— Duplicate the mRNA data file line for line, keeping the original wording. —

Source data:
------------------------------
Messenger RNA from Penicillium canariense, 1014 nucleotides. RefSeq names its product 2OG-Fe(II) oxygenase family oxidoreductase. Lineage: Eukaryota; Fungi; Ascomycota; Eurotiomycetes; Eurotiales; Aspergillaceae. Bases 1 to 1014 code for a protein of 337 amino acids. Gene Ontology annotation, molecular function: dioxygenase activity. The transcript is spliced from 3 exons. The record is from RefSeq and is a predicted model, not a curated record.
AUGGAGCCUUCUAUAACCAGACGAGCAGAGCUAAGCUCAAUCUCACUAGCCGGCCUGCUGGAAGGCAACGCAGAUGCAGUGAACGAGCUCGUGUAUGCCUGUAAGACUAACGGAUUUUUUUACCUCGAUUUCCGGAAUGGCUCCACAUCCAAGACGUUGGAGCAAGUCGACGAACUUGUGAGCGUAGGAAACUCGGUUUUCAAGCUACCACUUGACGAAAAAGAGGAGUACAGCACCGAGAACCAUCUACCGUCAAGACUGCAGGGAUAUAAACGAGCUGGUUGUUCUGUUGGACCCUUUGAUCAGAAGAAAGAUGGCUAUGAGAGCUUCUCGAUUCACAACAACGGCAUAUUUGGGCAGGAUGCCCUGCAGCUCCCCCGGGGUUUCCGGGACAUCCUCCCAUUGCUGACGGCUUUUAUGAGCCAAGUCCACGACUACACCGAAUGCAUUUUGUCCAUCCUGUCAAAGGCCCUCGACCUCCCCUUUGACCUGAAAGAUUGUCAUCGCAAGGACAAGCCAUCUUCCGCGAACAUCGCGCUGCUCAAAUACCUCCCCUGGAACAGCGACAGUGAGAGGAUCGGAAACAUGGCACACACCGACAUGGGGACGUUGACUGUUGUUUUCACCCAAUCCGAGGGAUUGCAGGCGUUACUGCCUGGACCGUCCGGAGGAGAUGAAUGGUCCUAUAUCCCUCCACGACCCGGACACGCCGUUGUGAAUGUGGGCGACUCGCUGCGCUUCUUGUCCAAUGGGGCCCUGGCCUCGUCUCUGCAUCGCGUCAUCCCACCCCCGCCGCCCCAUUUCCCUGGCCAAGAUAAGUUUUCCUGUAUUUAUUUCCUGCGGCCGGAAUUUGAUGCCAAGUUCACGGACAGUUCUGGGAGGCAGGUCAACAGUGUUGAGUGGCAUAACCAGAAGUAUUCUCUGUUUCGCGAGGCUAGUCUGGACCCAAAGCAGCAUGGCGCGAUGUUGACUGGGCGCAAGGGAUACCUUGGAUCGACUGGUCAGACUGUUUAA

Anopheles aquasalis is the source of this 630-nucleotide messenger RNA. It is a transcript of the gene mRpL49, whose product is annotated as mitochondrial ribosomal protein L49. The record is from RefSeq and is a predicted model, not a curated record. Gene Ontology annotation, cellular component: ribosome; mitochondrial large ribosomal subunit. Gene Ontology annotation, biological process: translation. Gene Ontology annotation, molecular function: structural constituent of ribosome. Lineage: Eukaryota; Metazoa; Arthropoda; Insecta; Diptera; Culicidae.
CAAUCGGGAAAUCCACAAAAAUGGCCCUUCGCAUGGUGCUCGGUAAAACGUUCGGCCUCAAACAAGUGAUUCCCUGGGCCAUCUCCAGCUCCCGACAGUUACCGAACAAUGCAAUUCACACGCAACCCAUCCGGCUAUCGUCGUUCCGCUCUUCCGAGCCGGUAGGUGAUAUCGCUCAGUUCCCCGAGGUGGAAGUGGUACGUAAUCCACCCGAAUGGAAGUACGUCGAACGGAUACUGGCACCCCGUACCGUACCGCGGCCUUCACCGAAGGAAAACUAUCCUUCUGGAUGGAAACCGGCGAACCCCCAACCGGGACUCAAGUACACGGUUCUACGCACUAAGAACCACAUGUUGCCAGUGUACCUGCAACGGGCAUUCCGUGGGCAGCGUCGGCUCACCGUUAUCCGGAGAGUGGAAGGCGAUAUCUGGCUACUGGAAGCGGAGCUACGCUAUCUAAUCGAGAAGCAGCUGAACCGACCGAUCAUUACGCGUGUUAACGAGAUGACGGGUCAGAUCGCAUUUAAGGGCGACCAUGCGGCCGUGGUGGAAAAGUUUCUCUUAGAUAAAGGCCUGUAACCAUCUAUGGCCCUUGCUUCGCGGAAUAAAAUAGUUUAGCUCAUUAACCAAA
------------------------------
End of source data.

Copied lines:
Messenger RNA from Penicillium canariense, 1014 nucleotides. RefSeq names its product 2OG-Fe(II) oxygenase family oxidoreductase. Lineage: Eukaryota; Fungi; Ascomycota; Eurotiomycetes; Eurotiales; Aspergillaceae. Bases 1 to 1014 code for a protein of 337 amino acids. Gene Ontology annotation, molecular function: dioxygenase activity. The transcript is spliced from 3 exons. The record is from RefSeq and is a predicted model, not a curated record.
AUGGAGCCUUCUAUAACCAGACGAGCAGAGCUAAGCUCAAUCUCACUAGCCGGCCUGCUGGAAGGCAACGCAGAUGCAGUGAACGAGCUCGUGUAUGCCUGUAAGACUAACGGAUUUUUUUACCUCGAUUUCCGGAAUGGCUCCACAUCCAAGACGUUGGAGCAAGUCGACGAACUUGUGAGCGUAGGAAACUCGGUUUUCAAGCUACCACUUGACGAAAAAGAGGAGUACAGCACCGAGAACCAUCUACCGUCAAGACUGCAGGGAUAUAAACGAGCUGGUUGUUCUGUUGGACCCUUUGAUCAGAAGAAAGAUGGCUAUGAGAGCUUCUCGAUUCACAACAACGGCAUAUUUGGGCAGGAUGCCCUGCAGCUCCCCCGGGGUUUCCGGGACAUCCUCCCAUUGCUGACGGCUUUUAUGAGCCAAGUCCACGACUACACCGAAUGCAUUUUGUCCAUCCUGUCAAAGGCCCUCGACCUCCCCUUUGACCUGAAAGAUUGUCAUCGCAAGGACAAGCCAUCUUCCGCGAACAUCGCGCUGCUCAAAUACCUCCCCUGGAACAGCGACAGUGAGAGGAUCGGAAACAUGGCACACACCGACAUGGGGACGUUGACUGUUGUUUUCACCCAAUCCGAGGGAUUGCAGGCGUUACUGCCUGGACCGUCCGGAGGAGAUGAAUGGUCCUAUAUCCCUCCACGACCCGGACACGCCGUUGUGAAUGUGGGCGACUCGCUGCGCUUCUUGUCCAAUGGGGCCCUGGCCUCGUCUCUGCAUCGCGUCAUCCCACCCCCGCCGCCCCAUUUCCCUGGCCAAGAUAAGUUUUCCUGUAUUUAUUUCCUGCGGCCGGAAUUUGAUGCCAAGUUCACGGACAGUUCUGGGAGGCAGGUCAACAGUGUUGAGUGGCAUAACCAGAAGUAUUCUCUGUUUCGCGAGGCUAGUCUGGACCCAAAGCAGCAUGGCGCGAUGUUGACUGGGCGCAAGGGAUACCUUGGAUCGACUGGUCAGACUGUUUAA

Anopheles aquasalis is the source of this 630-nucleotide messenger RNA. It is a transcript of the gene mRpL49, whose product is annotated as mitochondrial ribosomal protein L49. The record is from RefSeq and is a predicted model, not a curated record. Gene Ontology annotation, cellular component: ribosome; mitochondrial large ribosomal subunit. Gene Ontology annotation, biological process: translation. Gene Ontology annotation, molecular function: structural constituent of ribosome. Lineage: Eukaryota; Metazoa; Arthropoda; Insecta; Diptera; Culicidae.
CAAUCGGGAAAUCCACAAAAAUGGCCCUUCGCAUGGUGCUCGGUAAAACGUUCGGCCUCAAACAAGUGAUUCCCUGGGCCAUCUCCAGCUCCCGACAGUUACCGAACAAUGCAAUUCACACGCAACCCAUCCGGCUAUCGUCGUUCCGCUCUUCCGAGCCGGUAGGUGAUAUCGCUCAGUUCCCCGAGGUGGAAGUGGUACGUAAUCCACCCGAAUGGAAGUACGUCGAACGGAUACUGGCACCCCGUACCGUACCGCGGCCUUCACCGAAGGAAAACUAUCCUUCUGGAUGGAAACCGGCGAACCCCCAACCGGGACUCAAGUACACGGUUCUACGCACUAAGAACCACAUGUUGCCAGUGUACCUGCAACGGGCAUUCCGUGGGCAGCGUCGGCUCACCGUUAUCCGGAGAGUGGAAGGCGAUAUCUGGCUACUGGAAGCGGAGCUACGCUAUCUAAUCGAGAAGCAGCUGAACCGACCGAUCAUUACGCGUGUUAACGAGAUGACGGGUCAGAUCGCAUUUAAGGGCGACCAUGCGGCCGUGGUGGAAAAGUUUCUCUUAGAUAAAGGCCUGUAACCAUCUAUGGCCCUUGCUUCGCGGAAUAAAAUAGUUUAGCUCAUUAACCAAA